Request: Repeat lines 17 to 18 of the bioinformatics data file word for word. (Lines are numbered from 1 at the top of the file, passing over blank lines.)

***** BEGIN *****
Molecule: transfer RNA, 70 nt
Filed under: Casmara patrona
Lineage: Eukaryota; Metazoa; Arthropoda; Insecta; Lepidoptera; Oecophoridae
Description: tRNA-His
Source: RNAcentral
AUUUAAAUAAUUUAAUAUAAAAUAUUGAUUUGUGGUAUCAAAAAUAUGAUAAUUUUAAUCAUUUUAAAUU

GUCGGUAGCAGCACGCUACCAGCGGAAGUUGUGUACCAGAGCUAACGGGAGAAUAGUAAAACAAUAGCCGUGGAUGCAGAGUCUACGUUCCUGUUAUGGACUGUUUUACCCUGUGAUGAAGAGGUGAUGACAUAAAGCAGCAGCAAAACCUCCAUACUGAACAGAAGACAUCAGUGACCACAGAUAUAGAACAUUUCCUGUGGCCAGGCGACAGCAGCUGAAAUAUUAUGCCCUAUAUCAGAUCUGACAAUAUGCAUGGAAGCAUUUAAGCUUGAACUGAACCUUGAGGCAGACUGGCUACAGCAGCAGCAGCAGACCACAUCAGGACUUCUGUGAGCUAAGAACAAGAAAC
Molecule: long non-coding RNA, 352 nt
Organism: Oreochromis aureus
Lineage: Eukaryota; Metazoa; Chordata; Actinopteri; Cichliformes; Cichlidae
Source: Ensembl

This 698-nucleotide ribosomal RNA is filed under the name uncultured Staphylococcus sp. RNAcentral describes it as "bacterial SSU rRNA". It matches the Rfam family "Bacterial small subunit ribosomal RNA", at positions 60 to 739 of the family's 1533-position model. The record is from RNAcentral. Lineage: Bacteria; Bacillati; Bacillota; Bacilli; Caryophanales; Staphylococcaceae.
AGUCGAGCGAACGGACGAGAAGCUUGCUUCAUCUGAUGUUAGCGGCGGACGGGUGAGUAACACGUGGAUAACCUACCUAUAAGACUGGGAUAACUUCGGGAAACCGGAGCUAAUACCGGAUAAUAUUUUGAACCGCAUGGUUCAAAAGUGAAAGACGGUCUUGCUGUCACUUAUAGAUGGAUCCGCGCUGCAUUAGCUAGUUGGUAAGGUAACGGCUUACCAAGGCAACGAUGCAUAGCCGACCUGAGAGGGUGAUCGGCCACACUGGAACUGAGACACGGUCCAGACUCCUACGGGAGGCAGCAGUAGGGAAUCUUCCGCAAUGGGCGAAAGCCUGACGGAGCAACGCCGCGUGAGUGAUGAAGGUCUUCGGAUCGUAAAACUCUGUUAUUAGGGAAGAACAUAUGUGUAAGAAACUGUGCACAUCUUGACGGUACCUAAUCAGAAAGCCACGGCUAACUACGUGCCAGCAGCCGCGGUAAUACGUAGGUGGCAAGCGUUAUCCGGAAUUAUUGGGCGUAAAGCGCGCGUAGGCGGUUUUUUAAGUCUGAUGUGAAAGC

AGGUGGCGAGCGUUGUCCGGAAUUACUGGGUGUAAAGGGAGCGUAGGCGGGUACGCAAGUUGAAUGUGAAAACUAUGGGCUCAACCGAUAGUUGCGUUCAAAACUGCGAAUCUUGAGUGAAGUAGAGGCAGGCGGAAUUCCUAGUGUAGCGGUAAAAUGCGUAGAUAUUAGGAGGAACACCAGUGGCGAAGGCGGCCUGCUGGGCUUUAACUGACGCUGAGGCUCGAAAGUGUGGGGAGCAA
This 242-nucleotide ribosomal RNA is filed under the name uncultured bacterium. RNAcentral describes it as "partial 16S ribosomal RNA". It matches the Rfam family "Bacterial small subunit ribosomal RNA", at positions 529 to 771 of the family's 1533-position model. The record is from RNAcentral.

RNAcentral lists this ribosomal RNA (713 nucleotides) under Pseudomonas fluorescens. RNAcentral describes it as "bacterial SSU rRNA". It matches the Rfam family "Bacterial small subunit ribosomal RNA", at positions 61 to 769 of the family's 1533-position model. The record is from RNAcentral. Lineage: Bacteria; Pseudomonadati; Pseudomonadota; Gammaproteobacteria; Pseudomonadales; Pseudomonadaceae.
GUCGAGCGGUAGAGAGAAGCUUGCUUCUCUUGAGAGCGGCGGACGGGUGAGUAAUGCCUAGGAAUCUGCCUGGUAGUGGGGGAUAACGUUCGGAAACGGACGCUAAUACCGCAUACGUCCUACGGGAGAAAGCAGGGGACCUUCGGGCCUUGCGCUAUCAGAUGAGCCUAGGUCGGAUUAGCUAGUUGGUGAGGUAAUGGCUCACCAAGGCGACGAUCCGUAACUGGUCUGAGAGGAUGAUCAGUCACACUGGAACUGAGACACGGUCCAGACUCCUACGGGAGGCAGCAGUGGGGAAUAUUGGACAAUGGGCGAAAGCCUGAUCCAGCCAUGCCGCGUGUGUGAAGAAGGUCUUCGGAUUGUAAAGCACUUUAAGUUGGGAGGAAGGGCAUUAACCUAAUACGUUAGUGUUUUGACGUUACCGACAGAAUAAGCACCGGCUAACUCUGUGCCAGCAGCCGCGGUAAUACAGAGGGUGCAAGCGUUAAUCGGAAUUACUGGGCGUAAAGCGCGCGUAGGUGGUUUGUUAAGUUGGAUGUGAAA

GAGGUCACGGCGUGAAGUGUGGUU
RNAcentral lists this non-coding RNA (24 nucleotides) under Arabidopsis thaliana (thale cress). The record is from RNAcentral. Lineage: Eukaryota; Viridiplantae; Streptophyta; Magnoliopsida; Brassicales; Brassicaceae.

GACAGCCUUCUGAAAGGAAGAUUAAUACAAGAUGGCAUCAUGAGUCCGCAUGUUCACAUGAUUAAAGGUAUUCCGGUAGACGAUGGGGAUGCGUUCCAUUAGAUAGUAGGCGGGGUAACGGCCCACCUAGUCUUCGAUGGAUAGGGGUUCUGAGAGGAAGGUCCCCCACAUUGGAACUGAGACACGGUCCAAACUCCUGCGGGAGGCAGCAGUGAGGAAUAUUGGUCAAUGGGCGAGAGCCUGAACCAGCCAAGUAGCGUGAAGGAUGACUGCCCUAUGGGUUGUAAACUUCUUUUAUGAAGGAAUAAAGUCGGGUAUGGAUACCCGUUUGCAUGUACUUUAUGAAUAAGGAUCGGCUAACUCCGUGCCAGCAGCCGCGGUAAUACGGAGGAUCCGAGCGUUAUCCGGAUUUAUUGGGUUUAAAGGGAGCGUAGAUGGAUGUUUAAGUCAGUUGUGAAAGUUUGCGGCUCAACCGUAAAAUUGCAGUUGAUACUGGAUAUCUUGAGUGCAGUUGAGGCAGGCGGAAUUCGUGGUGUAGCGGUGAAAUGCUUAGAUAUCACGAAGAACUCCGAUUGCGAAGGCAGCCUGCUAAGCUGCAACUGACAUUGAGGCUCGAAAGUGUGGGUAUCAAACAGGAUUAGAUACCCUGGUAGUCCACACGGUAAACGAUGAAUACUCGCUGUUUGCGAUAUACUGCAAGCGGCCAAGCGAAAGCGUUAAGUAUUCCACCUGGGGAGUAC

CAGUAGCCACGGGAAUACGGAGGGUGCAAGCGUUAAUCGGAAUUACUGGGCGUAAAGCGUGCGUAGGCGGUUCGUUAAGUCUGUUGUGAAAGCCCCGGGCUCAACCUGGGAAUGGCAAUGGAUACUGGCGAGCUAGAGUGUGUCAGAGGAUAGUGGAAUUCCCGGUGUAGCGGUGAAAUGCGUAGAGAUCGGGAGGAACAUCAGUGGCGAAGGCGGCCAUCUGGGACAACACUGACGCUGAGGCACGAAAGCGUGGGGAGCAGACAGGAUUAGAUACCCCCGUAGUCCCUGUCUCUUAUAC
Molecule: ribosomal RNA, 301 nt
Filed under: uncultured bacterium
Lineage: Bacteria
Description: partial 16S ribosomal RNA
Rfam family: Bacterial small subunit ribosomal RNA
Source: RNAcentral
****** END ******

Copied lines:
GUCGAGCGGUAGAGAGAAGCUUGCUUCUCUUGAGAGCGGCGGACGGGUGAGUAAUGCCUAGGAAUCUGCCUGGUAGUGGGGGAUAACGUUCGGAAACGGACGCUAAUACCGCAUACGUCCUACGGGAGAAAGCAGGGGACCUUCGGGCCUUGCGCUAUCAGAUGAGCCUAGGUCGGAUUAGCUAGUUGGUGAGGUAAUGGCUCACCAAGGCGACGAUCCGUAACUGGUCUGAGAGGAUGAUCAGUCACACUGGAACUGAGACACGGUCCAGACUCCUACGGGAGGCAGCAGUGGGGAAUAUUGGACAAUGGGCGAAAGCCUGAUCCAGCCAUGCCGCGUGUGUGAAGAAGGUCUUCGGAUUGUAAAGCACUUUAAGUUGGGAGGAAGGGCAUUAACCUAAUACGUUAGUGUUUUGACGUUACCGACAGAAUAAGCACCGGCUAACUCUGUGCCAGCAGCCGCGGUAAUACAGAGGGUGCAAGCGUUAAUCGGAAUUACUGGGCGUAAAGCGCGCGUAGGUGGUUUGUUAAGUUGGAUGUGAAA

GAGGUCACGGCGUGAAGUGUGGUU